- Star Wars: Episode V The Empire Strikes Back: Princess Leia says it while inside the belly of the space slug.
- Star Wars: Episode VI Return of the Jedi: C-3PO says it to R2-D2 when entering Jabba the Hutt’s palace and Han Solo, says it after the Ewoks begin the preparations to roast him, Luke & Chewbacca.
- Star Wars: The Force Awakens, Han Solo speaks the line when Rey accidentally releases the Ranthars into his bulk freighter.
In Rogue One, K-2SO says the infamous line as he accompanies Jyn and Cassian in Imperial disguise to infiltrate an Empire base.
The Juggernaut Tank
When we first see adult Jyn, she is being transported as a prisoner in a Juggernaut Tank on the planet Wobani (which just so happens to be an anagram for Obi-wan). The Juggernaut Tank is also a throwback to the prequel trilogy, an Imperial version of the tank seen in Revenge of the Sith on the Wookie planet of Kashyyyk, as well as the Clone Wars animated series.
“It’s A Trap”
I’m not sure if this is intentionally a callback or not, but Saw Gerrera says “It’s a Trap!” when talking to Jyn about the Imperial pilot’s defection. This is most likely a reference to the infamous line “It’s a trap!”, which Admiral Akbar says during the Battle of Endor in Return of the Jedi.
Darth Vader’s castle on Mustafar is an idea that George Lucas originally conceived for Empire Strikes Back. The Star Wars creator originally envisioned that Vader would have a villainous castle on a lava planet in the original Star Wars sequels. Legendary artist Ralph McQuarrie even sketched out a few concepts for the castle (one design can be seen above), but ultimately Lucas decided not to use it in the original trilogy.
This is also set on the planet Mustafar, which is where Anakin Skywalker lost the infamous lightsaber duel with Obi-Wan Kenobi. This is basically where Darth Vader as we know him was born.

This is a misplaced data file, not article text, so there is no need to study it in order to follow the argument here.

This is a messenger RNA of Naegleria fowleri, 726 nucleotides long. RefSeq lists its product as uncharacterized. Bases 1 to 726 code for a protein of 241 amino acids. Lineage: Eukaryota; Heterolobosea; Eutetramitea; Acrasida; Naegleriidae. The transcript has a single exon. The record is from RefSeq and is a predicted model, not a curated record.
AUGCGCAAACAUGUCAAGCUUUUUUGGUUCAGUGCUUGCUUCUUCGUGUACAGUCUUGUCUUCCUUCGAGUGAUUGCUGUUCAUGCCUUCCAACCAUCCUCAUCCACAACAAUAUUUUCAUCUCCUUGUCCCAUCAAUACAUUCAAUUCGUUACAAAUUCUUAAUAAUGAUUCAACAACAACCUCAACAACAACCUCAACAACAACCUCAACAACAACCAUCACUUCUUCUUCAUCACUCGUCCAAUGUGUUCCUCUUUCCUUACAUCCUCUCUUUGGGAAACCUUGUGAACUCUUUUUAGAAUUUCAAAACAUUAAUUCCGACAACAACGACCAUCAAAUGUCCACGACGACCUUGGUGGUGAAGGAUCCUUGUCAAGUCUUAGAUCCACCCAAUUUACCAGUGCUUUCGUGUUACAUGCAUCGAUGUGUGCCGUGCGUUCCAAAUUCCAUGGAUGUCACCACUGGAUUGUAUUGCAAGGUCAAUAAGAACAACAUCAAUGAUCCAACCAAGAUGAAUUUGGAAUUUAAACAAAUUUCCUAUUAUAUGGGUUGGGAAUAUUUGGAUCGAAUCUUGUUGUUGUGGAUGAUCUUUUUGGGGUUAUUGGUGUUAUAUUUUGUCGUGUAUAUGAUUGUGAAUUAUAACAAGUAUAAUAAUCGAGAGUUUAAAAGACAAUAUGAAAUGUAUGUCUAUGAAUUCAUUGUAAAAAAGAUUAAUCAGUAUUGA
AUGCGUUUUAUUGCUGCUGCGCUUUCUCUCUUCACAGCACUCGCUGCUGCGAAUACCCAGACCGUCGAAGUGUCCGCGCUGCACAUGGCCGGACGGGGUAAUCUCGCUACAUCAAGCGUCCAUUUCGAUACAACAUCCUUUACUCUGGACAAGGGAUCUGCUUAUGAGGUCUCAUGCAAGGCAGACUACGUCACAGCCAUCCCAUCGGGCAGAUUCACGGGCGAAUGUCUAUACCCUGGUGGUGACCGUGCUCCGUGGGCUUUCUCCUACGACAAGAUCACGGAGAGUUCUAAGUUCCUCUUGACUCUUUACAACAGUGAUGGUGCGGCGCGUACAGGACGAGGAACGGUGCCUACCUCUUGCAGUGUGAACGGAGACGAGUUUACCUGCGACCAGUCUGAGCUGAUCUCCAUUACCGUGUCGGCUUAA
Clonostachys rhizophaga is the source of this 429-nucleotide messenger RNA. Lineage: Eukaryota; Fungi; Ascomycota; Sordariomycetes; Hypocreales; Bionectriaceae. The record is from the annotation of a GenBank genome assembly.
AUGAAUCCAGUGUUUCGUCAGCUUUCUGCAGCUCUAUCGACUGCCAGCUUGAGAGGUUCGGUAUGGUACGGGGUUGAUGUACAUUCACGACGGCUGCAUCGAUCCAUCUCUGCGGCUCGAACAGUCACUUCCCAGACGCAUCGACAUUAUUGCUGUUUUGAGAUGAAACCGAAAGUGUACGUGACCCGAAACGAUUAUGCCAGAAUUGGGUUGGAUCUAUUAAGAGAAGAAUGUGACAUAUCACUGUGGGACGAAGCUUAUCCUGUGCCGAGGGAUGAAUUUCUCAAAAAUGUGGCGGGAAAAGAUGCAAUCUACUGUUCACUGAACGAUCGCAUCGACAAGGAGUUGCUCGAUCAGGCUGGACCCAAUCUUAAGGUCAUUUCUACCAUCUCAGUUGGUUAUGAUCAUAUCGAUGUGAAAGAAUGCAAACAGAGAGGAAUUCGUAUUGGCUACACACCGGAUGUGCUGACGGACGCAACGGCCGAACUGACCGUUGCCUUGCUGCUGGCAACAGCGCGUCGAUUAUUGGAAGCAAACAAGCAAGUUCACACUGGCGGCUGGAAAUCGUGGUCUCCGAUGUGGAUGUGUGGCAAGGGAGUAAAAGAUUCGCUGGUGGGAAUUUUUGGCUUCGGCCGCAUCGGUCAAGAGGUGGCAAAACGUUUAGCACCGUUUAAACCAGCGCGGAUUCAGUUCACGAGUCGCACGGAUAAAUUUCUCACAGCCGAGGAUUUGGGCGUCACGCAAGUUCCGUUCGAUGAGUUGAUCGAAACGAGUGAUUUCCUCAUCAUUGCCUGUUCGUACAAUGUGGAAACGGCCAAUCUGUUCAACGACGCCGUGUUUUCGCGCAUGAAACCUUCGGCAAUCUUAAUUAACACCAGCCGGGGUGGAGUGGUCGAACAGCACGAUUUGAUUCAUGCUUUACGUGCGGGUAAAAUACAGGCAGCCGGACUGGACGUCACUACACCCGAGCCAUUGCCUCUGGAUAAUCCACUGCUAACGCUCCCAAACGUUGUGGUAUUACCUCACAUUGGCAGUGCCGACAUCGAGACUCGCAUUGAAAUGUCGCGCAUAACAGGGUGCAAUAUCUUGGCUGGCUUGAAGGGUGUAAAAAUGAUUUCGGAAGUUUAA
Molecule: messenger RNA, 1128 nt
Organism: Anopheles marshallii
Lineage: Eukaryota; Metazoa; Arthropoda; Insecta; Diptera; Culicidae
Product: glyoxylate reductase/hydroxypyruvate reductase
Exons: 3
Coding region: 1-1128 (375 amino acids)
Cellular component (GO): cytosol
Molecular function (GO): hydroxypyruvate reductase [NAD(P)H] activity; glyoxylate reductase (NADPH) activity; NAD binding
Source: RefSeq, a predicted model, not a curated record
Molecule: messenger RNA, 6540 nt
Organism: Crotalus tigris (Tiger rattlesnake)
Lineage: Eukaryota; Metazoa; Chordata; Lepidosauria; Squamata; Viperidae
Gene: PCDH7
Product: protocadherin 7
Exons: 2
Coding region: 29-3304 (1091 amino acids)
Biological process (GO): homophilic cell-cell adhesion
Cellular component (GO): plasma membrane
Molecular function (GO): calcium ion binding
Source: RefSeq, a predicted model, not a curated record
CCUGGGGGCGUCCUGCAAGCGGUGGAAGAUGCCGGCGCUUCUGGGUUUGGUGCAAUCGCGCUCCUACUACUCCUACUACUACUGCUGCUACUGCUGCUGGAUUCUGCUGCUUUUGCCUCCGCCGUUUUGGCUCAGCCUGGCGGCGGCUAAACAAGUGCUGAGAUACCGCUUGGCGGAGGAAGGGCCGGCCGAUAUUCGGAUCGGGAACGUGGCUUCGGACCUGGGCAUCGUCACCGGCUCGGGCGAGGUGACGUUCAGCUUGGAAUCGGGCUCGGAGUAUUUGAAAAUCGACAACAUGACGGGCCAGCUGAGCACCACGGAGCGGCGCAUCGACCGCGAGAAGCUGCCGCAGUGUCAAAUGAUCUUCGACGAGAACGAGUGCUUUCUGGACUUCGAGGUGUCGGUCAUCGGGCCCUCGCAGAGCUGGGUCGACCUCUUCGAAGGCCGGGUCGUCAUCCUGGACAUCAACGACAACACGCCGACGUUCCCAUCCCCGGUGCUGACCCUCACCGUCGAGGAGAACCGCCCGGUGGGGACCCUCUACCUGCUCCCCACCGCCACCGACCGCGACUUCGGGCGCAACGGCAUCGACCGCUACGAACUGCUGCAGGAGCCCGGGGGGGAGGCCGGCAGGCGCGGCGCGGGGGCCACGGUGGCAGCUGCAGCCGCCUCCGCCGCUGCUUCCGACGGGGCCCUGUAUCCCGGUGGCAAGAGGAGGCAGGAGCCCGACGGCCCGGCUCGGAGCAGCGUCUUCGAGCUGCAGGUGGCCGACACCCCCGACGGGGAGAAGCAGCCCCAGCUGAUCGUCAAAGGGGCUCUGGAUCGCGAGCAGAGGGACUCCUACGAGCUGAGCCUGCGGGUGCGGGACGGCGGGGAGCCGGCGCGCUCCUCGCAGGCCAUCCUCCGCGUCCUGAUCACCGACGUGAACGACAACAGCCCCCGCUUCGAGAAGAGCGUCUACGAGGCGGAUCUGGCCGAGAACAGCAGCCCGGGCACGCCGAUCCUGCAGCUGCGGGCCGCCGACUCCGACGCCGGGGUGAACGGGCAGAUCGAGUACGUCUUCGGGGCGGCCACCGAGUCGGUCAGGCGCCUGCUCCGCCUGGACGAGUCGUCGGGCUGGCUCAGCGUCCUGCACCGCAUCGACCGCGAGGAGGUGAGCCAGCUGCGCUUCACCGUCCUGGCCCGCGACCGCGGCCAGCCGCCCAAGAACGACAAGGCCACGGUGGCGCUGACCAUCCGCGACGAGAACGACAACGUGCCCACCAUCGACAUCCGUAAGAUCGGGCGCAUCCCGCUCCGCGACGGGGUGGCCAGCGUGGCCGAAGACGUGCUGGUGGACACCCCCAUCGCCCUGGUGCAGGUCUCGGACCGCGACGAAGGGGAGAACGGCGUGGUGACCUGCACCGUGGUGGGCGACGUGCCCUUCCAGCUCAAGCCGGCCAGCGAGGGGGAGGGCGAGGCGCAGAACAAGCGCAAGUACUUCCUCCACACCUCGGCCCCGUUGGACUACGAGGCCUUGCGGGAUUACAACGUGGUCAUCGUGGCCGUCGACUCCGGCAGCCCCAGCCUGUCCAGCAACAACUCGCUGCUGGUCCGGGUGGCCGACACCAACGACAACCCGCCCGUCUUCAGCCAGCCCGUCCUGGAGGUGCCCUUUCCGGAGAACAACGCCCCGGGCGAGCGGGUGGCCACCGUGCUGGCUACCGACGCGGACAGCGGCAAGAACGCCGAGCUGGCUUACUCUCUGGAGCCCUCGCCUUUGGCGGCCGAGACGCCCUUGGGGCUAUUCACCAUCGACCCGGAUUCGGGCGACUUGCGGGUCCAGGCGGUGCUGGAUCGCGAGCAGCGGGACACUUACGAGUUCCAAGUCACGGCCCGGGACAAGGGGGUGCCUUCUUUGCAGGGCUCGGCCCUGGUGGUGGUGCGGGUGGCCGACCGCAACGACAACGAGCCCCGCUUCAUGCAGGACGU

More than three decades after he first appeared in Star Wars: Episode VI — Return of the Jedi, Warwick Davis has returned to the galaxy far, far away to play an alien creature named Weeteef Cyu-Bee. The character seen on Jedha is one of the most destructive members of Saw Gerrera’s militia, specializing in explosives and sharpshooting with his Tibanna-jacked DH-17/E-11 hybrid custom blaster.
R2-D2 and C-3PO Cameo
I debated on if this was even worth including in this round-up as it’s one of the most obvious cameos in the film. But I came to the conclusion that if I did not, readers would call me on it in the comments. So yes, R2-D2 and C-3PO make a brief appearance on Yavin IV near the end of the film before the Rebel fleet takes off to Scarif. Anthony Daniels provides an uncredited voice-over for Threepio.
T-15 Skyhopper’s Retirement
On Scarif, two troopers are discussing the retirement of the T-15 Skyhopper, which is a reference to A New Hope. When Obi-Wan Kenobi sneaks past a pair of Stormtroopers, who are discussing the introduction of a new T-16 ship.
Saw Gerrera’s men are playing a non-holographic version of the Holochess game Dejarik seen on the Millennium Falcon. It’s funny that Saw’s Rebels are too low-rent to afford an actual holographic chess, so their pieces are hand-carved.